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updated: 4/28/2017 4:24 PM

Wauconda trustees-elect pledge to finish Heroes of Freedom Memorial

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  • From left, Tim Howe, Richard Morino and Adam Schlick are trustees-elect in Wauconda. They'll take the oath of office Tuesday night.

    From left, Tim Howe, Richard Morino and Adam Schlick are trustees-elect in Wauconda. They'll take the oath of office Tuesday night.

  • The Heroes of Freedom Memorial in Wauconda was dedicated in 2015 but remains unfinished. The village's three trustees-elect hope to quickly change that.

      The Heroes of Freedom Memorial in Wauconda was dedicated in 2015 but remains unfinished. The village's three trustees-elect hope to quickly change that.
    Paul Valade | Staff Photographer

 
 

Wauconda's three trustees-elect pledge they'll work to quickly finish the Heroes of Freedom Memorial that has stood unfinished in town for more than a year.

"The voters want this resolved and they want to see this powerful monument completed, and we'll be working on accomplishing that without anymore delays," said Trustee Tim Howe, who won re-election April 4.

Howe and fellow trustees-elect Richard Morino and Adam Schlick will recite the oath of office during Tuesday night's village board meeting. So will Mayor-elect Lincoln Knight and Clerk-elect Cheryl Falk-Novak.

The five candidates ran together as the Wauconda Forward, and they defeated their opponents with the One Wauconda slate by large margins.

But the board, mayor and clerk races weren't the only issues on the April 4 ballot for Wauconda voters.

Members of the One Wauconda slate and outgoing Mayor Frank Bart championed an advisory ballot question that asked if the Heroes of Freedom Memorial should include text about the U.S. military's actions in the global war on terrorism, the Iraq War and the war in Afghanistan.

An estimated 70 percent of Wauconda voters said "yes."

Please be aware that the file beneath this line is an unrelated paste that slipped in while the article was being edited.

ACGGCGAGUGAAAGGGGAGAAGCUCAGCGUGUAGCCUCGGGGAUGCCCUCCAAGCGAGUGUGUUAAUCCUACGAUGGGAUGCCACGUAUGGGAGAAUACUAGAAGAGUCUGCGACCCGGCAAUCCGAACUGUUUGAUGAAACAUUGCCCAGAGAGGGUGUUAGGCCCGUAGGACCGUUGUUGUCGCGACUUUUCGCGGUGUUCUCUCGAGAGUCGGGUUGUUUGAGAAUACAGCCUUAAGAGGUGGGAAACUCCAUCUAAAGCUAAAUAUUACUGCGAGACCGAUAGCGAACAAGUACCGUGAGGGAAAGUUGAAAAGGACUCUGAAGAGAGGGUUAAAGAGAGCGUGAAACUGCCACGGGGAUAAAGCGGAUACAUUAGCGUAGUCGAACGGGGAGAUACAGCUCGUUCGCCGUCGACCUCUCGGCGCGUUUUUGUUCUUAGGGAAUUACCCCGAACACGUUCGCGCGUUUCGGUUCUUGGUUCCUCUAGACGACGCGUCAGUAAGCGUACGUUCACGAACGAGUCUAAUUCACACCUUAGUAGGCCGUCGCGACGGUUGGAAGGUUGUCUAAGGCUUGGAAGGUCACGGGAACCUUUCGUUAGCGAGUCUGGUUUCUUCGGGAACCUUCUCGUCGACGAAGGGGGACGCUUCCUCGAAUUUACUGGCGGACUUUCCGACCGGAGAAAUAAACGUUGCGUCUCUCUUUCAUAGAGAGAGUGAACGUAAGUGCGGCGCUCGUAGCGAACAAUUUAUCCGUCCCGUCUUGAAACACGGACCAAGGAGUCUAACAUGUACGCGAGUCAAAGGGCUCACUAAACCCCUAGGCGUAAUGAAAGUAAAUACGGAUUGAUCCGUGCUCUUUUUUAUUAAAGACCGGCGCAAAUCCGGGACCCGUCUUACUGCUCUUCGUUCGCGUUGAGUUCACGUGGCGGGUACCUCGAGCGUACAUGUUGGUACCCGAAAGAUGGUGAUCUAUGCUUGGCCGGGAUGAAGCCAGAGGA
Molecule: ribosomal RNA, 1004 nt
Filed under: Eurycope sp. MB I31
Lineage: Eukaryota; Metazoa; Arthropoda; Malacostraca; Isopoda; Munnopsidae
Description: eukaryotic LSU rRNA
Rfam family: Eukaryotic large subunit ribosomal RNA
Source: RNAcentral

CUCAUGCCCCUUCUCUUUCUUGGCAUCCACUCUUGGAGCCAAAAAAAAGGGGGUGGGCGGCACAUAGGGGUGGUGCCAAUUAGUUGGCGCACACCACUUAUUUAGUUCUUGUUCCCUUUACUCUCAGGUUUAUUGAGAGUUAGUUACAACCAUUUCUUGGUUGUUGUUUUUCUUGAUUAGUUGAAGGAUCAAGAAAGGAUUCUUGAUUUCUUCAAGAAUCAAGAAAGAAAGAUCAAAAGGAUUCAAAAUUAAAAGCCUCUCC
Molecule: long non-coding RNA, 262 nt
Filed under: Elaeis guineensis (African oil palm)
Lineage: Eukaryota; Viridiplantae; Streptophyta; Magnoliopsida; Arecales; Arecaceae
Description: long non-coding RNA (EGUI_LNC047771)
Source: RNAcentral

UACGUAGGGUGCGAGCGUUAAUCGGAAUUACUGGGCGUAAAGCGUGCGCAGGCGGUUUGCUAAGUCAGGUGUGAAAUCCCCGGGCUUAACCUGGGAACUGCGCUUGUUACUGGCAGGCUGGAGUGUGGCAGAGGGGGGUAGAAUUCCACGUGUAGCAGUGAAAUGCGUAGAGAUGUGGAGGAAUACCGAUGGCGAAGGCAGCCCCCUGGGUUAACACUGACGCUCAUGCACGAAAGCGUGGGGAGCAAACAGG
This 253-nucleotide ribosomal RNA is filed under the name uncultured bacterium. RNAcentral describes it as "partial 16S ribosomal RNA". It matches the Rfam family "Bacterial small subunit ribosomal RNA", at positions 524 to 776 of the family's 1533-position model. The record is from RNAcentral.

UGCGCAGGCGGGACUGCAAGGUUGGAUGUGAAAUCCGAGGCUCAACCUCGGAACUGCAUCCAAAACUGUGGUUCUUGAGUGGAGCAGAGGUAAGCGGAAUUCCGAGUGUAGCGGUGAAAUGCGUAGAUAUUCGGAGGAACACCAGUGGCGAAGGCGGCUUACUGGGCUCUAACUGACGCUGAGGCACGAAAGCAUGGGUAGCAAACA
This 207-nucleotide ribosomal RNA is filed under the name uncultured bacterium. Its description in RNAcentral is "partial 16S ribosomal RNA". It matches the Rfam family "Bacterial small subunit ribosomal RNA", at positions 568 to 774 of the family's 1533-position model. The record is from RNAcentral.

The memorial, which stands near Route 176 and Main Street, was dedicated in 2015. It features a wall listing the names of the people killed in the Sept. 11, 2001 terrorist attacks and a beam from one of the fallen World Trade Center buildings.

The monument has informally been called a Sept. 11 memorial by Bart and other officials. But Bart and his political allies have pushed for storyboards that would make significant mention of the U.S. military's actions since the terrorist attacks.

The village board has final say over any text added to the memorial. Some trustees, including Howe, have sought to minimize mentions of the military to ensure the memorial remains focused on the Sept. 11 attacks.

Village officials said talks with the civilian committee that has steered the Heroes of Freedom project inexplicably stopped last year.

Schlick said he hopes the village board soon finds a solution that leads to the project being finished "without any further politicalization of the topic."

Morino said the referendum showed the village wants to see the memorial finished "in a way that will make us all proud."

"My intention is to roll up my sleeves to see how we can move this forward as quickly as feasible," he said.

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